I am building an RV campsite at the bottom of my property to live in while our house is under construction. The RV requires a 50 amp service. I want to install a 100 amp sub-panel down there to give power to my RV, and future gate opener for our driveway entrance. The run from the main panel is about 350'. I will need single phase power, a ground, and a neutral down there. What size copper wire do I need for 60 Celsius since it is under 100 amps, and that length of run?
This isn't a shopping channel, but unless money is no object, money will rear its ugly head. So I will heavily price the options, based on prices from random USA big-box stores. (and these are "by-the-foot" prices for the wire, a whole 500' spool may be cheaper.)
How deep do you want to bury this thing?
This is a factor. The expensive rigid conduit only needs 6" deep burial, the cheap PVC conduit needs 18". You can (in some sizes) buy direct-burial wire that must be buried 24". That's a lot of trenching for 350', consider the cost difference there. The cost of conduit also interlocks with the thickness of wire, as smaller wires need smaller conduit. As some examples of cost for conduit alone:
- $300 -- 2" PVC conduit legal to bury 18" deep
- $1400 -- 2" RMC conduit legal to bury 6" deep
- $1200 -- 1-1/2" RMC conduit legal for 6" deep (barely worth the savings)
- $500 -- 3/4" RMC conduit legal for 6" deep
Before you rush to use the minimum size conduit, price the next larger size. This will make wire pulling a lot easier, which means you are less likely to get stuck and need to call an electrician for the pull.
Do you really need copper? How big a deal is voltage drop?
People often go to copper by default, or because of "problems they hear about". That was never an issue for large cables like this. The fact is, large-wire lugs are made of aluminum. The cost of copper is insane, and nobody buys direct burial cable in it, anyone splurging for Cu also splurges for conduit. I'll price both ways and add conduit to the Cu pricing.
Voltage drop: Realistically your RV will rarely use 30A and almost never use 50A. The "conventional wisdom" is to size for 3% voltage drop of your realistic usage (30-50A). However some people nonetheless spec wire for 3% voltage at absolute max current capacity (100A). Your call. Assuming the latter:
- $3600 -- copper 2/0 conductors (#1 ground) in 2" PVC conduit (buried 18")
- $1340 -- aluminum 4/0-4/0-4/0-2/0 MH feeder cable (direct buried 24")
- $1700 -- aluminum 4/0 conductors (2/0 ground) in 2" PVC conduit (buried 18")
- add $1100 if you'd rather bury rigid conduit 6".
Size voltage drop for actual use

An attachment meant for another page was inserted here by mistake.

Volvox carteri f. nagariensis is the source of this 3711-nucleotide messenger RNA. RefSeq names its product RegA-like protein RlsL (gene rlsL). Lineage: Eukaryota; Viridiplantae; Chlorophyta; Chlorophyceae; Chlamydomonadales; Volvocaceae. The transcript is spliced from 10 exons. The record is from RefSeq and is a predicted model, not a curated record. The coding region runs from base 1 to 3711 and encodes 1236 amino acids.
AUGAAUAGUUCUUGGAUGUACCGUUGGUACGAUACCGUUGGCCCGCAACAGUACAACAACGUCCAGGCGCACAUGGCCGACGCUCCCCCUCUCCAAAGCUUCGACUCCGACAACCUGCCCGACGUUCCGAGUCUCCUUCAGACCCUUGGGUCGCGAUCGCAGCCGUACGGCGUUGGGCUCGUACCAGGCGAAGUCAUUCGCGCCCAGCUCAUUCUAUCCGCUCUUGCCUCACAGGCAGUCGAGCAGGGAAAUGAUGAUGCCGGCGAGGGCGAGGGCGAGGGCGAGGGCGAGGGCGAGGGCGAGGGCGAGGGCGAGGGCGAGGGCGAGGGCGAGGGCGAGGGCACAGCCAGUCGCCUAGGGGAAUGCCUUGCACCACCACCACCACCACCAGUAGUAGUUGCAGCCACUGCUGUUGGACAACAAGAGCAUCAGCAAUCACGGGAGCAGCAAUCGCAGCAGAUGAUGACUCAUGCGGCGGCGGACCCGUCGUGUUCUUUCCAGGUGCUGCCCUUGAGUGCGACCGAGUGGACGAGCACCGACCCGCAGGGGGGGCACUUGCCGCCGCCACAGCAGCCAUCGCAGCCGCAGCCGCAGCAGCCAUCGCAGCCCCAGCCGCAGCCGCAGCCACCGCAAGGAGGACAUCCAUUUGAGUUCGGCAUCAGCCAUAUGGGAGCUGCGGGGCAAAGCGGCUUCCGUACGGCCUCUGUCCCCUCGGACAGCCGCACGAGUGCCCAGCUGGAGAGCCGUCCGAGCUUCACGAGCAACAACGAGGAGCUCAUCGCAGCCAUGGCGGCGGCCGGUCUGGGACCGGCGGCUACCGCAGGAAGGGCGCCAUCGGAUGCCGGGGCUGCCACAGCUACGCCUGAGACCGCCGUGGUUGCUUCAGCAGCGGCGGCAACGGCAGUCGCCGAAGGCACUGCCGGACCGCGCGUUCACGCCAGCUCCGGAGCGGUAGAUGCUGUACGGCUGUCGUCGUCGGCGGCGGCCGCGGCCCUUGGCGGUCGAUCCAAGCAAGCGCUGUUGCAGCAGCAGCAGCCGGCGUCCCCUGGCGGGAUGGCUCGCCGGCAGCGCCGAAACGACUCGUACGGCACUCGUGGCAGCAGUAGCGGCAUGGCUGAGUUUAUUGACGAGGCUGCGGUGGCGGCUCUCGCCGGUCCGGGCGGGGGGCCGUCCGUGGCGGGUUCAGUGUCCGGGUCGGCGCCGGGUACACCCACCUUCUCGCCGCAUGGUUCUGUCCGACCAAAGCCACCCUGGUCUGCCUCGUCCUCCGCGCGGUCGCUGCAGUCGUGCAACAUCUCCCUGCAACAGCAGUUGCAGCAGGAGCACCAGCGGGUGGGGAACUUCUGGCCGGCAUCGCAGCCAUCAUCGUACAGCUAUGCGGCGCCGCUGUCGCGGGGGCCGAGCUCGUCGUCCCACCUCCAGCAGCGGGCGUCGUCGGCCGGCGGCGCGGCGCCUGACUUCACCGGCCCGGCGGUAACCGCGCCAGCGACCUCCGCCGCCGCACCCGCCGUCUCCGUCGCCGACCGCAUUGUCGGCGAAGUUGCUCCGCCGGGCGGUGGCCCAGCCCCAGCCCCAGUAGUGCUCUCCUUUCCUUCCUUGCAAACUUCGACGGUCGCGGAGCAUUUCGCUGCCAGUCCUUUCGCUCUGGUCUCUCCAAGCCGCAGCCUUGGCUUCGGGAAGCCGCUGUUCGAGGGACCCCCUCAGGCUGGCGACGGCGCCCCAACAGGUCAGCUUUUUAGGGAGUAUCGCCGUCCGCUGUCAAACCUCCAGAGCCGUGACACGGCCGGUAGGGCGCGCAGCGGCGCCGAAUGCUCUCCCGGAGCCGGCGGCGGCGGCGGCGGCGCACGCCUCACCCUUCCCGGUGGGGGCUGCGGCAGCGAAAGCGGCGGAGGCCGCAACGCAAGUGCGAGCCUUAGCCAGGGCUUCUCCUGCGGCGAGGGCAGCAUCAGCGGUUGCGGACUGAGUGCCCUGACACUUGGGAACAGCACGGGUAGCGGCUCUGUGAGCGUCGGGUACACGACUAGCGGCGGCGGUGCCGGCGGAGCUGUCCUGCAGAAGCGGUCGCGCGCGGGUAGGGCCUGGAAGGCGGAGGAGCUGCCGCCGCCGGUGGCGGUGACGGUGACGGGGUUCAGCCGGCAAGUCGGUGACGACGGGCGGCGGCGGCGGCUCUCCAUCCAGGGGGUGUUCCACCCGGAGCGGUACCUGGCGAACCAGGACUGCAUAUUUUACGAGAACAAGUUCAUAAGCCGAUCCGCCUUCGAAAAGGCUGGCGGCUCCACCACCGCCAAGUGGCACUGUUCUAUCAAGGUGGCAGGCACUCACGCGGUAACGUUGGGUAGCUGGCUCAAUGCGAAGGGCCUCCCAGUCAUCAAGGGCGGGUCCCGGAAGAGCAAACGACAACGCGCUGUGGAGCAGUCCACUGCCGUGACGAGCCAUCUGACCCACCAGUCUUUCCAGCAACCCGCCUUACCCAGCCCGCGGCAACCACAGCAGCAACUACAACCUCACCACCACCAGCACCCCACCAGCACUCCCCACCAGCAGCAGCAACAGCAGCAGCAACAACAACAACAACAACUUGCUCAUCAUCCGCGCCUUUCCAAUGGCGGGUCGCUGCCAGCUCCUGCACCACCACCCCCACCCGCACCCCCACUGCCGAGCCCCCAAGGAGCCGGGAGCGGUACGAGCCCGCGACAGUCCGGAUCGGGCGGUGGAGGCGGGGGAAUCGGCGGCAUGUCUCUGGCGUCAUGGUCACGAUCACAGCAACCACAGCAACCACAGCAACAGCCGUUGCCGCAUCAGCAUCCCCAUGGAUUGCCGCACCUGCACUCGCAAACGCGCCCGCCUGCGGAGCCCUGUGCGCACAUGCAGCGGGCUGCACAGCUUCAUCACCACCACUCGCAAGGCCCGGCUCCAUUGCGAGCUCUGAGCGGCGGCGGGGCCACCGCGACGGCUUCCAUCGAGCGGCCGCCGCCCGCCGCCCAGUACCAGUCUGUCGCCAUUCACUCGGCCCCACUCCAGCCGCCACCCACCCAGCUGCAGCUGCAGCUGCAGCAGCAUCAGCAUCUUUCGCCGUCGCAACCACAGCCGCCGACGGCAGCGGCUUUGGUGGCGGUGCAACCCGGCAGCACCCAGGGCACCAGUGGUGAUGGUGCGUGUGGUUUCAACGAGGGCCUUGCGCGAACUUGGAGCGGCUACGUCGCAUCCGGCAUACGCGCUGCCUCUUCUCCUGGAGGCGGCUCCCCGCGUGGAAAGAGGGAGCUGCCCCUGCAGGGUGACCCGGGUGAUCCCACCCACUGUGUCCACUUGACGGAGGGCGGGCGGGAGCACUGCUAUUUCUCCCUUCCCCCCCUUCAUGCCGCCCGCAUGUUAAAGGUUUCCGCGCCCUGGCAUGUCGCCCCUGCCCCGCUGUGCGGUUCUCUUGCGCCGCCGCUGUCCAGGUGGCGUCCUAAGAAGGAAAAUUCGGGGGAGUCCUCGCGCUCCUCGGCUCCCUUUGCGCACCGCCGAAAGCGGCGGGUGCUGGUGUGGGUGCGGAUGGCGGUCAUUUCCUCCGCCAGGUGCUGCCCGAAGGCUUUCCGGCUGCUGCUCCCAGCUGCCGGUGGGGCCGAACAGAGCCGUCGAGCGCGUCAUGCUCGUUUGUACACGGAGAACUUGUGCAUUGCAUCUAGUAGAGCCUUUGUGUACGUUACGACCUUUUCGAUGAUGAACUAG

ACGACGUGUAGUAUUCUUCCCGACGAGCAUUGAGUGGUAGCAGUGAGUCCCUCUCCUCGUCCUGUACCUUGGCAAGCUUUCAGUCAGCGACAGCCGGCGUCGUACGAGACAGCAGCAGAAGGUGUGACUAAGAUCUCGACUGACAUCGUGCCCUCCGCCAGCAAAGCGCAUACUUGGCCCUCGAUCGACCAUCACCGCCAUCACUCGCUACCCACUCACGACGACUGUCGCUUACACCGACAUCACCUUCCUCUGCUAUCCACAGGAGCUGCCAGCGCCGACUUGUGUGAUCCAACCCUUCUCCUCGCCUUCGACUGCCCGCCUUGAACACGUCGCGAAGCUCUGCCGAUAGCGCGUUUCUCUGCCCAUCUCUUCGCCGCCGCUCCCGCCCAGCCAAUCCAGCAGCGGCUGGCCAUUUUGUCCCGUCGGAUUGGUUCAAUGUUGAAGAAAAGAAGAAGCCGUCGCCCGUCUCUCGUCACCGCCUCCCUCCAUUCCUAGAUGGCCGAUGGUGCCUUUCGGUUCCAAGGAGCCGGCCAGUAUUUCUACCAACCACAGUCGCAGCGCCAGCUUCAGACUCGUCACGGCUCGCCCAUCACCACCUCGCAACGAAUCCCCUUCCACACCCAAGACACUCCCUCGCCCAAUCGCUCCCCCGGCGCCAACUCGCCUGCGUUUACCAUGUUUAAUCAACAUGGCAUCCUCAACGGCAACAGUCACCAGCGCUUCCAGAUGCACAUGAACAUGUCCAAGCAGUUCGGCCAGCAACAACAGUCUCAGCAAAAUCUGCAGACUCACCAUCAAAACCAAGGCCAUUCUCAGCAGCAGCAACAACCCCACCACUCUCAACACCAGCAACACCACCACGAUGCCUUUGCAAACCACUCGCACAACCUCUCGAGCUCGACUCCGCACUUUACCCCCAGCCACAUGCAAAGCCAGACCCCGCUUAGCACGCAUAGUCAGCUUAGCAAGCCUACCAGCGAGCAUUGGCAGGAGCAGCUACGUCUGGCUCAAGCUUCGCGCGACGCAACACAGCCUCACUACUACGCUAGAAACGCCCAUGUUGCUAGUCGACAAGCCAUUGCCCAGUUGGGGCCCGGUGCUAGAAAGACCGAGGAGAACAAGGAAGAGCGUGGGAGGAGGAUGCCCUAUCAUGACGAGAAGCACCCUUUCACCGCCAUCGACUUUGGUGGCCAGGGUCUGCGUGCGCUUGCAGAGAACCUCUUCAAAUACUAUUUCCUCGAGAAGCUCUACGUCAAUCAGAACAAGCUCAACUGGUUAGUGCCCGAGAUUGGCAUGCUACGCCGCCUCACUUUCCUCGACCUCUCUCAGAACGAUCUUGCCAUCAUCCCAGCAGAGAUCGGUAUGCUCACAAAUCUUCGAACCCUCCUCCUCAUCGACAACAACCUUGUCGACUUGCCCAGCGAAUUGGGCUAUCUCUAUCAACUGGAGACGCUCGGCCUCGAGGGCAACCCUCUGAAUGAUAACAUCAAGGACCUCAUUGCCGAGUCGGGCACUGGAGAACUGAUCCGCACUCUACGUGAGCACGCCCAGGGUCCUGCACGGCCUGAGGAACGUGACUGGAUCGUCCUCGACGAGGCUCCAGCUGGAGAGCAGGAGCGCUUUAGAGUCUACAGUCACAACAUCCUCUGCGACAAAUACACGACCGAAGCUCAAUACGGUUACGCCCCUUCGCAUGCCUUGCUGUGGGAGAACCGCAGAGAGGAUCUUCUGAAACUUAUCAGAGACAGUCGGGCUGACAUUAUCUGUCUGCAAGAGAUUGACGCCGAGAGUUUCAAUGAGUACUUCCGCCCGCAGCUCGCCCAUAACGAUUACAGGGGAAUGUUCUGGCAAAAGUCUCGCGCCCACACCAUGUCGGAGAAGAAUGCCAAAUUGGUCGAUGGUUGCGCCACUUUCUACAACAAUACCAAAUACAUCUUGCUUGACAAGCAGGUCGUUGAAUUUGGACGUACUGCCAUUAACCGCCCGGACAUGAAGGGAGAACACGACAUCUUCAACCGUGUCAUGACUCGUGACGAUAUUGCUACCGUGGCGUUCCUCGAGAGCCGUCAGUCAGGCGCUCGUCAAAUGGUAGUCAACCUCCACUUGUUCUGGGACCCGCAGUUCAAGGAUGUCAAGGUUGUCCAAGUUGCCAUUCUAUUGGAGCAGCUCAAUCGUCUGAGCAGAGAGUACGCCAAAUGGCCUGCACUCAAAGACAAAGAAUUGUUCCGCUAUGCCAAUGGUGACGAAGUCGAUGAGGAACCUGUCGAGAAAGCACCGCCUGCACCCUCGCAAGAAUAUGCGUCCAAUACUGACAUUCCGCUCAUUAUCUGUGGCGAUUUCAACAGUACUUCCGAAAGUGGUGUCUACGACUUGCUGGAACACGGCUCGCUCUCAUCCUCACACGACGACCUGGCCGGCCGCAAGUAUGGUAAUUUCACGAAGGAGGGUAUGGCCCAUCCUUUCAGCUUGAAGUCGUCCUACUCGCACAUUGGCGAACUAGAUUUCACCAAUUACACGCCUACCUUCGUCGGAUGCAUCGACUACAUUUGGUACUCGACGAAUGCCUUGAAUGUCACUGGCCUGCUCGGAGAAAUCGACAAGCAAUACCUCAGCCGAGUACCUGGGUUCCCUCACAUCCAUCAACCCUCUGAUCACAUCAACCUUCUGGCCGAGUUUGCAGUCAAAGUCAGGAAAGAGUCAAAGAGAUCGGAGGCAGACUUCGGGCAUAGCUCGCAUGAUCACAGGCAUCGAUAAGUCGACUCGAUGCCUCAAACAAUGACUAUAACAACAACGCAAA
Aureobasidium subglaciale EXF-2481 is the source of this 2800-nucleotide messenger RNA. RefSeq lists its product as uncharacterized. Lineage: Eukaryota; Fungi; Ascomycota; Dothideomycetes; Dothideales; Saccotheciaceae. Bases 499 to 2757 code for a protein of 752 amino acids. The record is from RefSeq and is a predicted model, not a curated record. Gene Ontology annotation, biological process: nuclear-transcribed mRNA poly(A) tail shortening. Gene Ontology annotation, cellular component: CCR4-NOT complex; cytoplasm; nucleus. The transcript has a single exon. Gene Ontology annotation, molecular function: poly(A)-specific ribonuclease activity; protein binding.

Now if you want to size for 3% at 50 amps, and 6% at absolute max 100A - so a 7V drop on a 120V circuit - you can save some coin. Unfortunately I could not find direct burial cable in these sizes, they would expect you to bump up to the above sizes, or use conduit. So we shall.
- $2750 -- copper #1 (#3 ground) in 2" PVC conduit (18" burial)
- $1400 -- aluminum #1/0 (#1 ground) in 2" PVC conduit (18" burial)
- add $900 if you want to use Rigid conduit buried 6" deep.
When you increase voltage, transmission losses drop dramatically. Just for chuckles, let's look at using transformers to kick up the long-haul transmission voltage to 480V. Now you want 240V at 100A, which is 24,000 watts, or 24 KVA. 24 KVA is 50 amps at 480 volts. To contain voltage drop within 3.3 percent, you'd use
- $560 -- #6 copper direct-burial UF-B cable (buried 24")
- $500 -- two copper #6 wires in 3/4" PVC conduit (buried 18")
- add $500 for rigid conduit buried 6".
25 KVA is a common transformer size. With aggressive shopping/deal-hunting, you can find 25 KVA 480V transformers for $300-400 each. With two of those, the total bumps to $1100-1800. Much as I love to throw this option in, this one is a wobbler - is the slightly lower cost worth the added complexity? On the other hand, it sure makes the wires and conduit small!
Keep in mind you are not running neutral or ground, in fact, your two 480V wires are entirely isolated from the electrical system at both ends. This isolation causes your remote site to be separately derived service, thus a *main service" and the panel there will be a main panel.
The RV has a NEMA 14-50 plug, right? Which means you'll need four conductors (hot, hot, neutral, ground). Using 2/0 copper would keep the voltage drop below 3% @ 100 amperes.
VD = 2 * 350' * 100A * 0.0000967 ohms/ft. = 6.769 volts.
If you wanted to use aluminum, you'd have to use 4/0 to keep it below 3%.
However, if the loads are not going to be anywhere close to 100 amperes, you could definitely use smaller conductors. If you figure the maximum load closer to 70 amperes, you could use 1 AWG copper, or 3/0 aluminum.
It really depends on your load calculations, and what type of power quality you're looking for.
Alternatively, you could install a transformer near the site. This would allow you to supply the transformer with a smaller circuit, but still get the power you need at the RV.
It also might be possible to have a second service installed near the site, but that would depend on the site and the utility.